Tag Archives: ebook

Release Day and Sale

IMD Sale

To celebrate the release of The Earl and the Artificer (IMD #3), the entire Ingenious Mechanical Devices series is on sale this weekend! On Saturday, January 30th and Sunday, January 31st, you will be able to get the entire series for under a cup of Starbucks.

You can find the books here:

The Earl of Brass (IMD#1): FREE

The Winter Garden (IMD#20): $0.99

“An Oxford Holiday” (short story): FREE

The Earl and the Artificer (IMD#3):$0.99

 

**The prices above are only guaranteed for Amazon US. I’m not 100% sure if the sales will appear on all markets, so please check before you click buy**

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One Week Until…

eata final cover

In one week, the Earl and the Artificer is released! One more week to pre-order it at 99 cents.

I can’t believe the release day is nearly here.

While waiting for the release of book three, I have been hard at work formatting the paperback and doing a little updating of The Earl of Brass and The Winter Garden. I know that when I formatted The Earl of Brass two years ago, I have no idea what I was doing, so I decided to reformat the paperback version and tidy it up. The new version should be on Amazon now ready to go. Not much has changed, but as the author, the places I screwed up are glaring to me and have been since I finished book two.

proofproof1

 

The same day, the proof of The Earl and the Artificer came in the mail and looks fantastic! I was so afraid it wouldn’t get here before the blizzard that’s supposed to hit today. The paperback should be available on Amazon in a few days, so stay tuned for more updates on The Earl and the Artificer.

 


 

If you’re trapped in the house from the blizzard or just want a new series to lose yourself in, try out the Ingenious Mechanical Devices.

The Earl of Brass

The Winter Garden

“An Oxford Holiday”

The Earl and the Artificer (pre-order, out January 30th)

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Free eBook Today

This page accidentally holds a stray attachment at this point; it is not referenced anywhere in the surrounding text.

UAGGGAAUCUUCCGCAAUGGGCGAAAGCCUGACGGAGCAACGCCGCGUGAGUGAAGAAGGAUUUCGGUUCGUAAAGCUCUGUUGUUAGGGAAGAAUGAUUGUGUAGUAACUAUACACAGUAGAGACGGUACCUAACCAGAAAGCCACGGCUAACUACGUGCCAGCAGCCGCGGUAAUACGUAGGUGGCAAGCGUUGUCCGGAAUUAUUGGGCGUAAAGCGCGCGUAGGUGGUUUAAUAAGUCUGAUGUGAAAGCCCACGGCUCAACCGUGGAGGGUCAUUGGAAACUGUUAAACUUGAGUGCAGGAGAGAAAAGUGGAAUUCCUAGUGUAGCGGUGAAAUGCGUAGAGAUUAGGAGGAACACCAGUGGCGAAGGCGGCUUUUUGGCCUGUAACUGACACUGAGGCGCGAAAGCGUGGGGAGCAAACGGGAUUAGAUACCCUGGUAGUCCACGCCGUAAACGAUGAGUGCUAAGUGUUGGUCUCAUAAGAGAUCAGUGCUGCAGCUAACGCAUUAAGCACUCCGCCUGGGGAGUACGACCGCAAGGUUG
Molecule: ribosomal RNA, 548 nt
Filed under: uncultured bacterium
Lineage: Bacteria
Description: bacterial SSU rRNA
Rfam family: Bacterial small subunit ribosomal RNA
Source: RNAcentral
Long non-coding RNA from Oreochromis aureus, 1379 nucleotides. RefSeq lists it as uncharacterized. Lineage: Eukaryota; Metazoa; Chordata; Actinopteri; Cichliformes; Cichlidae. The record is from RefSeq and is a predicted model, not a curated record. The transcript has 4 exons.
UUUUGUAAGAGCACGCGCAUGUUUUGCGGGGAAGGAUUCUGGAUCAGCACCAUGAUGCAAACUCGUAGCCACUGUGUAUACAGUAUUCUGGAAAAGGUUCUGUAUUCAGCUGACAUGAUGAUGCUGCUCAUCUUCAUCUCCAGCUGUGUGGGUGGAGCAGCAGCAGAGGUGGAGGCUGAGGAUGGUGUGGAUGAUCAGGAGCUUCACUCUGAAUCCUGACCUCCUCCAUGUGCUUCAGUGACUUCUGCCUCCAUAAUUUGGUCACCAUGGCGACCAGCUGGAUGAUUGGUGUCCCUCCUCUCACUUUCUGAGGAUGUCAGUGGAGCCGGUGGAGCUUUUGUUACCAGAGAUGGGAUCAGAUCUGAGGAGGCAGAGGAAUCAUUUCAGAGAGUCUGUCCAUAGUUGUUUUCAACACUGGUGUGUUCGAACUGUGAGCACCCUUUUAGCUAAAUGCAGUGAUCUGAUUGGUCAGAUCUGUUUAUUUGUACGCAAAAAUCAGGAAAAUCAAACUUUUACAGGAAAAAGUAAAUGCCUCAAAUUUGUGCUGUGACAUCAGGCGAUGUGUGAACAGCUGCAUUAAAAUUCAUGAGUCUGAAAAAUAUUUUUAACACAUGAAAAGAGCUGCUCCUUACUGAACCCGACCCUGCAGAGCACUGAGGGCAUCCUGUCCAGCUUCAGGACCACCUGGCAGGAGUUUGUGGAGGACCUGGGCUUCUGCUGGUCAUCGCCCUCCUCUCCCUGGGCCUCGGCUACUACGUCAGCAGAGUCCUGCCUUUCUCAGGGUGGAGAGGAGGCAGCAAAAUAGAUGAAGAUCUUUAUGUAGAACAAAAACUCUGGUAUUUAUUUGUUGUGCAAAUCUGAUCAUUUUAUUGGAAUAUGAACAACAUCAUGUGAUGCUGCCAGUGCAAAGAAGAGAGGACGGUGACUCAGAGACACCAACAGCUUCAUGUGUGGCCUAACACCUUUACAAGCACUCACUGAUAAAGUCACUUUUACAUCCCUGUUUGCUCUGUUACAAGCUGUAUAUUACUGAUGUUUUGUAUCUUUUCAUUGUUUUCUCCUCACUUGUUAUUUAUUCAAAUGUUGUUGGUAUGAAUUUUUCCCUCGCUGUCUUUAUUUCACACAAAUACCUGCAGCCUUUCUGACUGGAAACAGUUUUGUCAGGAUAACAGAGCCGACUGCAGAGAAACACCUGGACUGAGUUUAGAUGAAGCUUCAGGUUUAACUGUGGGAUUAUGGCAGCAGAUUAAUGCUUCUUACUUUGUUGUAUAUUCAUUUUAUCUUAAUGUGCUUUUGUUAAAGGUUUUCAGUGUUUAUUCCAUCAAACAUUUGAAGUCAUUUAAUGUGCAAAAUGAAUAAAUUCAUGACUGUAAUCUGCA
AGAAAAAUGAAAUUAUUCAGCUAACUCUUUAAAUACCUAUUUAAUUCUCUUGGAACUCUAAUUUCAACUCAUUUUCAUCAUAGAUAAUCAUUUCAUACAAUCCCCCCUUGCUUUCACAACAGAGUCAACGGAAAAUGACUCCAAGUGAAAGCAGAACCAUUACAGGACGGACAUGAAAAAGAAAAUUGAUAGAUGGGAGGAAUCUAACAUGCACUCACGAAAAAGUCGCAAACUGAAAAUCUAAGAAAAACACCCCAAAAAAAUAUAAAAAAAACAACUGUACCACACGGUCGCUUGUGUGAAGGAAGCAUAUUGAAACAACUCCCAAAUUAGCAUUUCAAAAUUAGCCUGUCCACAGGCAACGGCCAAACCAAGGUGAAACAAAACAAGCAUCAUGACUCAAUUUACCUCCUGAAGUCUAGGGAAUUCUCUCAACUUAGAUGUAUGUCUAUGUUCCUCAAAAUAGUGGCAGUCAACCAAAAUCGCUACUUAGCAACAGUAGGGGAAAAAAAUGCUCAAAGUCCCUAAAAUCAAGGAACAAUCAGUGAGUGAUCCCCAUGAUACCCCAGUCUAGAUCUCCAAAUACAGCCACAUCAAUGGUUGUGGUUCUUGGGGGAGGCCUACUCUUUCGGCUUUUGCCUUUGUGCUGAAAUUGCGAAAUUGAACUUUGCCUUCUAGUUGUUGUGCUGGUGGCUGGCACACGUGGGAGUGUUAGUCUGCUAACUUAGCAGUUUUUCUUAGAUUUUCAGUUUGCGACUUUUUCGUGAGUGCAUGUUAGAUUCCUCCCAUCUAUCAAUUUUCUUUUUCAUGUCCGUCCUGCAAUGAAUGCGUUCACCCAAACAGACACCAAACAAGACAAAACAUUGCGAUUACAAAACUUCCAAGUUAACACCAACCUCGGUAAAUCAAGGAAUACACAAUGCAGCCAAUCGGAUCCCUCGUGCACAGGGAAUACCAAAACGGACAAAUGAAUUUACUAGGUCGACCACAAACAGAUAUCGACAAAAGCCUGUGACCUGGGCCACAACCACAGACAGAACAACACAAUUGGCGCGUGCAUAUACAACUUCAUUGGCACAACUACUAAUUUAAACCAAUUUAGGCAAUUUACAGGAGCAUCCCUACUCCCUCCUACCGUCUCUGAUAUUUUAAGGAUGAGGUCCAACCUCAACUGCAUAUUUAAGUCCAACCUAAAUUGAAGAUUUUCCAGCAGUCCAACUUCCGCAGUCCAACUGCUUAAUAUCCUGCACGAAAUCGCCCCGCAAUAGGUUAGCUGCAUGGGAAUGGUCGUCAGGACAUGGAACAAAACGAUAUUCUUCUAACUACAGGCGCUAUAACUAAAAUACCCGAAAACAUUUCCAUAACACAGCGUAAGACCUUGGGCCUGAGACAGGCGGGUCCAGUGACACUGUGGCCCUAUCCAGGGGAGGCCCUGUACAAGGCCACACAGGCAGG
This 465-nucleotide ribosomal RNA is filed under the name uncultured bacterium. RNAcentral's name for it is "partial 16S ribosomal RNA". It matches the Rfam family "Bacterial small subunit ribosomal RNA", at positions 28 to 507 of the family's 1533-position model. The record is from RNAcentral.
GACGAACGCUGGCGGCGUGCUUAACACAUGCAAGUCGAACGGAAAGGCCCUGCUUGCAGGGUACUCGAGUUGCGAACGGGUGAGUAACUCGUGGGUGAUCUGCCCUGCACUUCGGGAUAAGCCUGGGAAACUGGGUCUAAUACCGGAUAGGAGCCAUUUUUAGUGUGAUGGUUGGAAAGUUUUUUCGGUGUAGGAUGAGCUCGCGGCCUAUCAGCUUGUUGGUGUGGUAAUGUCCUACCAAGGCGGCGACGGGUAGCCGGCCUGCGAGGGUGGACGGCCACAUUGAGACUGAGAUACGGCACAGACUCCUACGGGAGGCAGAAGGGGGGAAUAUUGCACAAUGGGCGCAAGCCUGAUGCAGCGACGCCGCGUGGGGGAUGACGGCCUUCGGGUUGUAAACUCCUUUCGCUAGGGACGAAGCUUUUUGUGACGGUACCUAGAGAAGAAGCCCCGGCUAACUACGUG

eob free promoYes, I totally just made a very ghetto altered version of my promo picture.

Anyway, The Earl of Brass is FREE today only on Amazon. You can find it here.

There’s adventure, mystery, drama, a hint of romance, and of course a hint of science.

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August in Review

Starting in January, I decided it would be a good idea to look back at each month and see what I have accomplished in my writing and marketing as well as reflect upon what needs to be improved in the future.

Much like July, August has been a rather productive month. It seems so long ago that it just started, and I am absolutely amazed that it’s already over. This month I have tried to get as much done as possible before graduate school started again for me in September. Usually when school starts, my productivity tanks for a while as I adjust, but I’m hopeful that September won’t be too bad.

What I did accomplish:

  1. Published my series companion short story “An Oxford Holiday” on Amazon
  2. Wrote 25,000 words of The Earl and the Artificer (60,000 words total)
  3. Met my “far” word count goal for the month
  4. Read For Love or Money by Susan Kaye Quinn and 2k to 10k: Writing Faster, Writing Better, and Writing More of What You Love
  5. Released the audiobook for The Earl of Brass
  6. Proofed the first 15 minute clip for the audiobook of The Winter Garden
  7. Put The Earl of Brass ebook on sale for 99 cents for a limited time.

Goals for September:

  1. Write at least 10,000 words of The Earl and the Artificer (but optimally more like 15k to 20k)
  2. Read 2-3 books
  3. Manage my grad school stress
  4. Continue to write every day
  5. Balance life, writing, and fun
  6. Refill my creative reservoirs
  7. Possibly work on another bonus short story (if an idea takes shape)

So I think I have finally found something that works when it comes to keeping my productivity up and at a good pace. Seriously, the word count tracking spreadsheet has done wonders. I’m now about 60,000 words into The Earl and the Artificer, which blows my mind because I’m over 2/3 through it! A few months ago, that was unimaginable. Now, the end is in sight in a few months (probably October). During this time, I also finished and released the audiobook of The Earl of Brass and the ebook of “An Oxford Holiday” on Amazon. Now that I know I can work on a short story and a novel without sacrificing either, I hope to release more companion short stories in the future. The best case scenario is that I might be able to release a Halloween themed one in October, but I can make no promises there, especially with the semester starting. I also got a glimpse of the audiobook for The Winter Garden, and it is perfect! I am so looking forward to hearing more, and while I would like to say that I hope my narrator will send me some this month, I won’t push it. He has a life outside of narrating.

This has been an odd month. I’m feeling very productive in terms of what I have produced, but as of the last few days, I’m feeling incredibly drained. Last week, I had a workshop to go to, which is mandatory for my degree. I enjoyed it and it was incredibly interesting (about teaching writing), but it kind of drained me. It’s hard for me to be social and outgoing while surrounded by new people. It’s done now, just in time for the semester to start. Yay… Prepare to see me crawl back into my shell for about a month while I continually scream internally until I’ve adjusted to dealing with people again. Current status: exhausted and in denial that school is starting again in a few days. Today, I will be reading and chilling with my dogs in hopes of recovering some of that creative mojo since it’s edging toward burn-out level.